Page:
12 December 2005

Writer's Style Guides

Oxford University Press have just repurposed their most famous guiance manuals for writers, editors, and anybody else who is interested in the preparation of text for publication - in print or on screen. Even if you're a weekend writer or a would-be author, you will learn a lot about the finer points of style, typographical consistency, and good writing practice from what they have to offer. All of it is based on an encyclopedic database of publishing history and linguistic research at Oxford University - so it is a well-established and authoritative source.

New Hart's Rules is their classic style guide for writers. It was originally compiled for compositors at the Oxford University Press, but has gone on through an astonishing and ever-expanding thirty-nine editions to be the standard manual on preparing text for publication. The latest edition has been extended to twice its original size. There's everything from spelling, punctuation, and the layout of scientific writing, to a full account of proof-reading and correcting a text. FULL REVIEW HERE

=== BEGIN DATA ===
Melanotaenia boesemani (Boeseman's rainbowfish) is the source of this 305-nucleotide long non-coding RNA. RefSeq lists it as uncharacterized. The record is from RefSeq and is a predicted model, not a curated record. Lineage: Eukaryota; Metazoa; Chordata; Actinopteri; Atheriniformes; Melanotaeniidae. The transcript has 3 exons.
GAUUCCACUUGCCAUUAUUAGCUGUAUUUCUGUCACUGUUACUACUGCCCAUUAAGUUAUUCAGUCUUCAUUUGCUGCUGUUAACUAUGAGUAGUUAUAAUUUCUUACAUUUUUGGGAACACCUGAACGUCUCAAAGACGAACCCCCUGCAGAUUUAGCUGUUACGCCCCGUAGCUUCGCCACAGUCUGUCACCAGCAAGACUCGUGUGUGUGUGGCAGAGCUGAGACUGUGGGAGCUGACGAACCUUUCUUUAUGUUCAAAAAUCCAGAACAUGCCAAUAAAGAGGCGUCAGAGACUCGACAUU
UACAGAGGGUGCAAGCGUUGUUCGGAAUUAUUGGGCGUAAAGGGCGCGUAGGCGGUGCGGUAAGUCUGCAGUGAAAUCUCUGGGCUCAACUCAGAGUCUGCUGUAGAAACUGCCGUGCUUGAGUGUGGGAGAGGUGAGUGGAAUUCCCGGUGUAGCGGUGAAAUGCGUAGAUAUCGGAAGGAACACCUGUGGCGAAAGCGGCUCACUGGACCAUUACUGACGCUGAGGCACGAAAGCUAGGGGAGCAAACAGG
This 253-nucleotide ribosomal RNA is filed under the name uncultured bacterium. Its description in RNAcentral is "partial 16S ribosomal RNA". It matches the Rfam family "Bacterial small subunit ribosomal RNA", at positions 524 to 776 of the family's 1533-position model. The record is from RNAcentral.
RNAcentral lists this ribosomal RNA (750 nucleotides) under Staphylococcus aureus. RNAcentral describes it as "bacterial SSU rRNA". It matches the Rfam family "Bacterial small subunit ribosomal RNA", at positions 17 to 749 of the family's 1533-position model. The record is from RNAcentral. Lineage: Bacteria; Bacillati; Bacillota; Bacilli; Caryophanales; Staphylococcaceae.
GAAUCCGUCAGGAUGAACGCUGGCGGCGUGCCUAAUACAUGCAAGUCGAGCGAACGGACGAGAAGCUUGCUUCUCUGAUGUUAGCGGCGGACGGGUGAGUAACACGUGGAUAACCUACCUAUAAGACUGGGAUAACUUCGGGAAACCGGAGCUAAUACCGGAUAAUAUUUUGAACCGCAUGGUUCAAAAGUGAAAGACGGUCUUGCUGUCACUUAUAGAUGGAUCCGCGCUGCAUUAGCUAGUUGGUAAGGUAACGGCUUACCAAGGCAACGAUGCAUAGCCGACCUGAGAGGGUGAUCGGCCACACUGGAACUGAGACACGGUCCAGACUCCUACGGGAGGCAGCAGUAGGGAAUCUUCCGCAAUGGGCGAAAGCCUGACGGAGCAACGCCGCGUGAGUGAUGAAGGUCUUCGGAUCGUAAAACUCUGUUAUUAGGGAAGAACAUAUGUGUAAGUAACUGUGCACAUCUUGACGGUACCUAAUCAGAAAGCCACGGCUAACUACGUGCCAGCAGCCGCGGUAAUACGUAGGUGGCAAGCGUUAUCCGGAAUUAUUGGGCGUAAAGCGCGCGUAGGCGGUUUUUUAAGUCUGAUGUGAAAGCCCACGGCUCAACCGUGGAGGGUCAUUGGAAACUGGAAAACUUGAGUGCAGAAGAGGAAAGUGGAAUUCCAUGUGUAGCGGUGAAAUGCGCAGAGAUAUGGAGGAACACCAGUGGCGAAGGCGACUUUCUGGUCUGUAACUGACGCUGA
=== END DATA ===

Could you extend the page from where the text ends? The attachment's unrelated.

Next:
The New Oxford Dictionary for Writers and Editors is compendium of difficult, ambiguous, and problemmatic terms, with guidance on how they should be presented typographically. This includes such matters as which names. places, and organisations require capital letters, and how to hyphenate word breaks. FULL REVIEW HERE

The third volume in this reference trilogy is the New Oxford Spelling Dictionary. This is another ingenious compilation which removes all non-problematic words and shows how to spell those (such as yoghurt and judgement) where there is doubt .It also provides guidance on the spelling in English of foreign terms such as danses macabres and medaillon. FULL REVIEW HERE

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